Tag Archives: Bloomberg
Andrea Gabor, a longtime Baruch College journalism professor, has been named the Bloomberg Professor of Business Journalism.
The endowed professorship was established with a gift from Bloomberg LP in 2001. Gabor is the second holder of the chair. Former BusinessWeek and New York Times business journalist Sarah Bartlett, now with CUNY Graduate School of Journalism, was the first.
Gabor is the author of three books, most recently “The Capitalist Philosophers.” A former staff writer and editor at U.S. News & World Report and Business Week, she has written for The New York Times, The Los Angeles Times, Smithsonian Magazine, The Harvard Business Review, Fortune, Strategy + Business, Treasury and Risk Management, Research Technology Management, Lear’s and Working Woman.
She is also the author of “The Man Who Discovered Quality: How W. Edwards Deming Brought the Quality Revolution to America” and “Einstein’s Wife: Work and Marriage in the Lives of Five Great Twentieth Century Women.”
In addition to teaching at Baruch, Gabor was an adjunct professor for eight years at Columbia University’s Graduate School of Journalism, helping teach Critical Issues in International Economics.Â At Columbia, she remains a judge for applicants to the Knight-Bagehot Fellowship Program in Business and Economics.Â
Her main areas of interest and expertise are biography, management, the workplace and international and local economic issues.Â
CNBC.comÂ ranks as the No. 1 business/financial news site (non-portal) in June, according to the latest Comscore pageviewÂ rankings. CNBC.com was also ranked No. 1 in average minutes per visitor in Comscore.
In June, Comscore reported that CNBC.com had more page views than any other non-portal business news webÂ site.Â Â CNBC.com page views were up 388 percent fromÂ June 2007.Â In June 2008,Â there were 10.7 millionÂ more pages viewed on CNBC.com than the No. 2 non-portal site, Forbes.Â Â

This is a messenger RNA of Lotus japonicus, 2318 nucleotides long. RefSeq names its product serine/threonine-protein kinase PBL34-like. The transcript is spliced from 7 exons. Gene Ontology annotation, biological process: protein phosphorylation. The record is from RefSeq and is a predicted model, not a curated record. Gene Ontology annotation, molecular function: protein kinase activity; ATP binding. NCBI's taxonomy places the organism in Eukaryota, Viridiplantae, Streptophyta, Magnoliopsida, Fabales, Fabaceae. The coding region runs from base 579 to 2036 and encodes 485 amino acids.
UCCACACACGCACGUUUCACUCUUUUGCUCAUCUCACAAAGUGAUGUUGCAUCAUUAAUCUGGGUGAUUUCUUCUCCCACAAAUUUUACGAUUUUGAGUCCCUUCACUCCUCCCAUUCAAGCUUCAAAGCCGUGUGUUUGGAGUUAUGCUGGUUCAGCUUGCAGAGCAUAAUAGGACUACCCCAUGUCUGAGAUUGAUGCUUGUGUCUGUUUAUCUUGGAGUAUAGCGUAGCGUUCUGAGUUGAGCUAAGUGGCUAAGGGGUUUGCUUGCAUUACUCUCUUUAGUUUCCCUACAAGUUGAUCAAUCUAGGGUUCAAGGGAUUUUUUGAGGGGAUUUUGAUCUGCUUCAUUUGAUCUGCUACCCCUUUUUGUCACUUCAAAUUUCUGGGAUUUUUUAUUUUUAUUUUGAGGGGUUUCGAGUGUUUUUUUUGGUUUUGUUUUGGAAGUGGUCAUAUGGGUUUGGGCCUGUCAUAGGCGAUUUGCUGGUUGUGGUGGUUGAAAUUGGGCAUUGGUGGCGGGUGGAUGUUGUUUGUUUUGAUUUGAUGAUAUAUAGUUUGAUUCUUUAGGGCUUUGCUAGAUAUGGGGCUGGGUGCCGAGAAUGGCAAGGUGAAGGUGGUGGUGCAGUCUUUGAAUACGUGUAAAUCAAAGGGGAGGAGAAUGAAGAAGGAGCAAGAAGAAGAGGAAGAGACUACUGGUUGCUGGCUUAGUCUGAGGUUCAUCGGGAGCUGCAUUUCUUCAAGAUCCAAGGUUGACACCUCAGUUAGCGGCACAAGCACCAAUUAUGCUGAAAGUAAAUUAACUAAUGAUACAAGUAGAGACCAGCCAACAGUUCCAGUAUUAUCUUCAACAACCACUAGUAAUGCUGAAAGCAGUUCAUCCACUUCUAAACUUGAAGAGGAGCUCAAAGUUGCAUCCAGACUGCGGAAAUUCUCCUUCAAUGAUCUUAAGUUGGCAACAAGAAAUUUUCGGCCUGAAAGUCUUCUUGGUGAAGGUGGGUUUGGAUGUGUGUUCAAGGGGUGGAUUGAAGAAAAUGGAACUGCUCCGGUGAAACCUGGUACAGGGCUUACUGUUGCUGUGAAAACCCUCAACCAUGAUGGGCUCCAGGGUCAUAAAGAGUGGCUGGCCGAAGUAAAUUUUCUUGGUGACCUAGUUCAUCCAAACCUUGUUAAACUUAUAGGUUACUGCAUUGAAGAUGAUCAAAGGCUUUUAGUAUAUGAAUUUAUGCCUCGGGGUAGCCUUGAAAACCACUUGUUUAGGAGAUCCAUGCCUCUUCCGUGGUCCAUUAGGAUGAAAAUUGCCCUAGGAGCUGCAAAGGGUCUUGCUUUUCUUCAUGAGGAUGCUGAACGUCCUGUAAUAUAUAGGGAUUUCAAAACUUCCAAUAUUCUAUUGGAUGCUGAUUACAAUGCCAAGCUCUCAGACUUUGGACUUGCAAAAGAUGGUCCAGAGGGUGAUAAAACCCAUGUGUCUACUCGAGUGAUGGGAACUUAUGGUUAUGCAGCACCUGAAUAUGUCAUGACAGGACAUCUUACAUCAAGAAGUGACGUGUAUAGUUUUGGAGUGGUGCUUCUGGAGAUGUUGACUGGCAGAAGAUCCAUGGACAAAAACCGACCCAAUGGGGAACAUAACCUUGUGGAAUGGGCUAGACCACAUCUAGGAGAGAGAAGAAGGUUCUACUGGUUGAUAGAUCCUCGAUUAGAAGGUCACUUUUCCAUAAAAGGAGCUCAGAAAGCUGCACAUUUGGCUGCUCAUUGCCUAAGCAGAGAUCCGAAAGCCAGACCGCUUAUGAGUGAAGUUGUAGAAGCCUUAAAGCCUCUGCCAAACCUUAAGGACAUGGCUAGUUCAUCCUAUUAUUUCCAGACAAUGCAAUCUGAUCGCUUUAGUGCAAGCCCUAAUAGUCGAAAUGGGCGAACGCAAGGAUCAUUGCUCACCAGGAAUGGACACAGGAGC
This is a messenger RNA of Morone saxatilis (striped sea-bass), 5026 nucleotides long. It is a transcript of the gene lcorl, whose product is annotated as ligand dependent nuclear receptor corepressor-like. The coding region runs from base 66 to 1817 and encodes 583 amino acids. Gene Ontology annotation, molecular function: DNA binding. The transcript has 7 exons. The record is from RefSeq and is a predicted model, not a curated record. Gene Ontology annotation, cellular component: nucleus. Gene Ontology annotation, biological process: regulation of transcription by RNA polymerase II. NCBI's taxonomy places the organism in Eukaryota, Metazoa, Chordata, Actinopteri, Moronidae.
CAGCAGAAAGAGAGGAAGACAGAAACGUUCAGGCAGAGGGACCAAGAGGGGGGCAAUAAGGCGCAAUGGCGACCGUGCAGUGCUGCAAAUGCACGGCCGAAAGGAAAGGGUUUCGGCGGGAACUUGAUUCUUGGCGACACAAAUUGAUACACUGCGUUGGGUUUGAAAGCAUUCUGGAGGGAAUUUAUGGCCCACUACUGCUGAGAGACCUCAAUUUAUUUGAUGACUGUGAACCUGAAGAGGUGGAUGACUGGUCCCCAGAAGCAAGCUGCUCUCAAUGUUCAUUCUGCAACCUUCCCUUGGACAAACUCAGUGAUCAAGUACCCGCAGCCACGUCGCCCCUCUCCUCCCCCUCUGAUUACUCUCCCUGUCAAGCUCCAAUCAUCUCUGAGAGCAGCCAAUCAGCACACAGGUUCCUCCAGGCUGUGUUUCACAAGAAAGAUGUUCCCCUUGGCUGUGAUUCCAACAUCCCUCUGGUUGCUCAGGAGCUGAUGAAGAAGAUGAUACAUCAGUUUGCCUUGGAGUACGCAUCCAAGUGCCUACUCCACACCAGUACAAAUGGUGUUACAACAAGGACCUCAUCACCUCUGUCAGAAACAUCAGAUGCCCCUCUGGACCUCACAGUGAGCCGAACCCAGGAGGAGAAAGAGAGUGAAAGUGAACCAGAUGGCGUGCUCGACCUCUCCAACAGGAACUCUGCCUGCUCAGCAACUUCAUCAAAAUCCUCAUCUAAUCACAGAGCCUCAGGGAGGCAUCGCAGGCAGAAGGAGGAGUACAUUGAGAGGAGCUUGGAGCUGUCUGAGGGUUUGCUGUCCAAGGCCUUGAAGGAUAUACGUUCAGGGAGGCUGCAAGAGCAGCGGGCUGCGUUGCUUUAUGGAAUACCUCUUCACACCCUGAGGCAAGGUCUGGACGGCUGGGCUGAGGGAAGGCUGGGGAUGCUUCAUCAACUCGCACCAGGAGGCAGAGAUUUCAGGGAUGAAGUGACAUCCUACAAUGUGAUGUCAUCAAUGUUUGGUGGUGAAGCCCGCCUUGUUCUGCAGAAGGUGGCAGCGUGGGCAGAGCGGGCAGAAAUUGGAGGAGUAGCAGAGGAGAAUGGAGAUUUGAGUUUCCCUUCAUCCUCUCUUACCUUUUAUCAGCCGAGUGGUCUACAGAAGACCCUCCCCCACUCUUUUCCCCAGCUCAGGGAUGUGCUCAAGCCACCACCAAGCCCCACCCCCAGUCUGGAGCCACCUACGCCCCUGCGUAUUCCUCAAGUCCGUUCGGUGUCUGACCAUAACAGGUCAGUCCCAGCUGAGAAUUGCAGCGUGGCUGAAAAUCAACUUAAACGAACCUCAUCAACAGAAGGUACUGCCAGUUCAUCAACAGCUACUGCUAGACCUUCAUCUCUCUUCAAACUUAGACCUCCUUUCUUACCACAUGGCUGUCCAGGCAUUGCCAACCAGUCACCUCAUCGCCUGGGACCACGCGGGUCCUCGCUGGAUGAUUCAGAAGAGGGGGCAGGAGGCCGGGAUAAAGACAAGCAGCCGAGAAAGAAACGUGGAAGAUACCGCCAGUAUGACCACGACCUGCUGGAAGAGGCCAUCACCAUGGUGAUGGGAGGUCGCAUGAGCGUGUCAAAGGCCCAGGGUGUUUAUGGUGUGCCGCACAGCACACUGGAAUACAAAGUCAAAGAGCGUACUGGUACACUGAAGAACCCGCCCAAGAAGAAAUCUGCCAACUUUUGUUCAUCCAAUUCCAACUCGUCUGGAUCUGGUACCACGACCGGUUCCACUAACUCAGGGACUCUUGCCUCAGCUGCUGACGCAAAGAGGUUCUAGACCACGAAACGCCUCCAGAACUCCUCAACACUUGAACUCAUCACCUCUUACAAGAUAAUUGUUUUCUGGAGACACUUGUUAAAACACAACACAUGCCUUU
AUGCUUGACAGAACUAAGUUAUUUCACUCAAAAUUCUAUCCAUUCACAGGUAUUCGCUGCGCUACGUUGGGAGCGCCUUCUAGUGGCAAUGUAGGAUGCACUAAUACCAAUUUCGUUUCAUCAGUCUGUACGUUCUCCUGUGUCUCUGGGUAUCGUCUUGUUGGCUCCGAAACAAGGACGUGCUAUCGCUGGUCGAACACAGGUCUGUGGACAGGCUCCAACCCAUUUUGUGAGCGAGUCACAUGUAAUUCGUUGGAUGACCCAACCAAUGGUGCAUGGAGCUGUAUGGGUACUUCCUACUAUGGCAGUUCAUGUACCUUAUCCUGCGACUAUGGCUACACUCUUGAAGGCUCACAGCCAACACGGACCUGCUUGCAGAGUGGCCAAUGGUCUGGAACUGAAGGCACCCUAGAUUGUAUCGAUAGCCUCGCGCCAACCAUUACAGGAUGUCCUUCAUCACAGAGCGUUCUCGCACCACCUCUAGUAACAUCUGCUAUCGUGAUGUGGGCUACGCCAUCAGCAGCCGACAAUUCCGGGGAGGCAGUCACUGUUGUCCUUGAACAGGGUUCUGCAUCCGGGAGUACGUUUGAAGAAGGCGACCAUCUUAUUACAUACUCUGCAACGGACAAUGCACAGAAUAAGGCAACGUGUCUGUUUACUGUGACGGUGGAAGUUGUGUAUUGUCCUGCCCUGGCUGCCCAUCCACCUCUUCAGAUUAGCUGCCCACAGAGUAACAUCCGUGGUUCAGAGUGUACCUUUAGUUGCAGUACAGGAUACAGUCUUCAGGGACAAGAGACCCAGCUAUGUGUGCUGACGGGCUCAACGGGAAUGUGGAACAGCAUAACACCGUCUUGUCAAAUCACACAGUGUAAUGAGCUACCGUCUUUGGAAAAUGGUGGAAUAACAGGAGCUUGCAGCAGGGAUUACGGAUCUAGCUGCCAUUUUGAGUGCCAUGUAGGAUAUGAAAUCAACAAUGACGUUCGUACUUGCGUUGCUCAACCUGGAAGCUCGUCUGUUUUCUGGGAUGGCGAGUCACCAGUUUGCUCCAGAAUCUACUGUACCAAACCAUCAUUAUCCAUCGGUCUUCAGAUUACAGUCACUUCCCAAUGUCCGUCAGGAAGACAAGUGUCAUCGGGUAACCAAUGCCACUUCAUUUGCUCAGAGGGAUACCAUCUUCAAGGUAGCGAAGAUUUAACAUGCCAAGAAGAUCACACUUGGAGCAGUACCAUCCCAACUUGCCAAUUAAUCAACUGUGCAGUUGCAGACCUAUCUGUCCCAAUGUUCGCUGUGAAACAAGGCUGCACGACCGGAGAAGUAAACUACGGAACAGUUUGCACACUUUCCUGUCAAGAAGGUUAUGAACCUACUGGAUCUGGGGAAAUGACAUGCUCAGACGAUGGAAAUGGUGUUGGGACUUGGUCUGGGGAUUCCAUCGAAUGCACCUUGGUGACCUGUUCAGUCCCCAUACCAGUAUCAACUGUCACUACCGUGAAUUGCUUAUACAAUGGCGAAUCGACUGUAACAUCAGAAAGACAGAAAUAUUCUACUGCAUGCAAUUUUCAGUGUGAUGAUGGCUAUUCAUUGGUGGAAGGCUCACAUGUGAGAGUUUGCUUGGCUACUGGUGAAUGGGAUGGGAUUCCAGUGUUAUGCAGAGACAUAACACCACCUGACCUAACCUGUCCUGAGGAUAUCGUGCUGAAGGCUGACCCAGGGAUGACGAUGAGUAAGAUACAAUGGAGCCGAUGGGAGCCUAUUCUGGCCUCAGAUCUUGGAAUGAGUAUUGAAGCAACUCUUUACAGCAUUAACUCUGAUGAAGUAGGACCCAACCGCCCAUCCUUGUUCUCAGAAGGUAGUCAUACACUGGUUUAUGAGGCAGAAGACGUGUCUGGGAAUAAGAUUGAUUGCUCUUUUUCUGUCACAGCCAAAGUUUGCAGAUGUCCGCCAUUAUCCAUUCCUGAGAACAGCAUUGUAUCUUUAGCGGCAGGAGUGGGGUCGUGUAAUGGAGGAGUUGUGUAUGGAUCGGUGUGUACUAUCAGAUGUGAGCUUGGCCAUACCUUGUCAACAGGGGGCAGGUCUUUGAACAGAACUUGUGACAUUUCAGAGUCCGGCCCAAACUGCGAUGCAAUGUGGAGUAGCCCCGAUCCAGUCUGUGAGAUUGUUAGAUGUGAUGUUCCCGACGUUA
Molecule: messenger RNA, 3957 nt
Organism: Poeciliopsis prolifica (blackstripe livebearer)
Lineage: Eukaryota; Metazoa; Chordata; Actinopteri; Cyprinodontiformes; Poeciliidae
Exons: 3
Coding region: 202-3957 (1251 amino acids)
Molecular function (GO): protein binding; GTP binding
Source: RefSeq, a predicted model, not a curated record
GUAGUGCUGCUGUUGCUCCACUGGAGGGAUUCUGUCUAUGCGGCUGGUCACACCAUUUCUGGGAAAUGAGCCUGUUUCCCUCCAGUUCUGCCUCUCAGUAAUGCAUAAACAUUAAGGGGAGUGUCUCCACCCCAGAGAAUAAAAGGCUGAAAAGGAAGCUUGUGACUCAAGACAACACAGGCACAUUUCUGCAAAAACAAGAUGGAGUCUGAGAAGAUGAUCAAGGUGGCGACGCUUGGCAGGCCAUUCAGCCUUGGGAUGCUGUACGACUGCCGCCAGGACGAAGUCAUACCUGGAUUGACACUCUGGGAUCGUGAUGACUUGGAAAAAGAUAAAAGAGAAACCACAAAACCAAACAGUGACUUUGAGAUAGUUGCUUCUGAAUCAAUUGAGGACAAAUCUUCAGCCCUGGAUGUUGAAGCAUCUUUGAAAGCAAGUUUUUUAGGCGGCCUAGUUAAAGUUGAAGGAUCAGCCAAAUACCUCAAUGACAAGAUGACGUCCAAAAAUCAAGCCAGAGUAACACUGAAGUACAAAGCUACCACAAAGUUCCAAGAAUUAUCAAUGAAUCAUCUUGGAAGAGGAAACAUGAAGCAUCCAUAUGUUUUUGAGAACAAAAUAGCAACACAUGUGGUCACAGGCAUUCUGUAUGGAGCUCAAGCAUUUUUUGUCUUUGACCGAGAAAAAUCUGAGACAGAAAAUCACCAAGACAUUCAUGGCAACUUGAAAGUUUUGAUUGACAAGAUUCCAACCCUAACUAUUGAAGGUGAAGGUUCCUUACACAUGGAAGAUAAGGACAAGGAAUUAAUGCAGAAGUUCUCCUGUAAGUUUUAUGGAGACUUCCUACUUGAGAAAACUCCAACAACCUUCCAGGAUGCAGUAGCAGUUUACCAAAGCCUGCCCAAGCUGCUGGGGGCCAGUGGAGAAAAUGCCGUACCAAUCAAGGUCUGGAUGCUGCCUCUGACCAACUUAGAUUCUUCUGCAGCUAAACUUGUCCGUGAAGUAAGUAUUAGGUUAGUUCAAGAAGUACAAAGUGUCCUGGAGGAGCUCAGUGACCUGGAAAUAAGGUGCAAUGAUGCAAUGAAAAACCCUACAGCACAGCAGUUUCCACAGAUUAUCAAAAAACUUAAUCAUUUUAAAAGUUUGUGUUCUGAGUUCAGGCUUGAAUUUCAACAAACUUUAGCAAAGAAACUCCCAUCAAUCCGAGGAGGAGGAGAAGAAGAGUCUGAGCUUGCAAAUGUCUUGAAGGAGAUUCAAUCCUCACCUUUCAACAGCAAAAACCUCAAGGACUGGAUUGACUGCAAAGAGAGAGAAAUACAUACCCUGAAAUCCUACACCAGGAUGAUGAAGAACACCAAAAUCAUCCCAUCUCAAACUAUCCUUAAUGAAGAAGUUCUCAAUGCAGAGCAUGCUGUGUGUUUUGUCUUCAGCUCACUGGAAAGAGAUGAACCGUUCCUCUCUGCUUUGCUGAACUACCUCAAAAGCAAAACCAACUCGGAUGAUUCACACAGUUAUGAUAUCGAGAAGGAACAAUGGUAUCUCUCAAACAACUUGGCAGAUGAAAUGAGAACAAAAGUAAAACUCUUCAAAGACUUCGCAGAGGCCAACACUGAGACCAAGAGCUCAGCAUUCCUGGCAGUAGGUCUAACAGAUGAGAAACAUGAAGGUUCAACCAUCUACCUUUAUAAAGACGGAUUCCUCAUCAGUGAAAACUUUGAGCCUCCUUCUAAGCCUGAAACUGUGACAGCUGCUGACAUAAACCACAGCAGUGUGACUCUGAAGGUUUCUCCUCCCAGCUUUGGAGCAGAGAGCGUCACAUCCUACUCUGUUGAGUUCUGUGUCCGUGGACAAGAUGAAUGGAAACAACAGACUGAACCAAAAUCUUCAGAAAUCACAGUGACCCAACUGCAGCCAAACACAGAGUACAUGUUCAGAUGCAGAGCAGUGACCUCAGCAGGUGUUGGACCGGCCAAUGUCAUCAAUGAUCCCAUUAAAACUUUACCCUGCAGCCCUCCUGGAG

Page views onÂ Forbes.com declined 61 percentÂ from June 2007 to June 2008.
The average amount of time spent per visitor to CNBC.com in June was 47.7 minutes, according to Comscore data obtained by Talking Biz News.Â That’s 52 percentÂ more time than theÂ No. 2 site in minutes per visitor, Bloomberg.Â Minutes per visitor on Yahoo! Finance was 14.8; on CNN Money it was 10.2; and on Fox Business, the average user spent just 1.6 minutes on the site in June.
“We’re absolutely thrilled that only 18 months after relaunching CNBC.com, our growing network of investors and business professionals not only continue to visit us for the latest in market moving news and analysis, they are staying with us to view more pages and for longer periods of time per visit than anyone else in our space” said Meredith Stark, vice presidentÂ and executive producerÂ of CNBC.com.
Unlike other web sites, which get traffic from related sites, CNBC.com is a standalone web site and doesnâ€™t generate traffic from other NBC News sites such as MSNBC.com.
Robert MacMillan of Reuters writes Thursday that the Securities and Exchange Commission has approved a rule that allows companies to post news and information on blogs and Web sites, skipping traditional dissemination steps like press release distributors.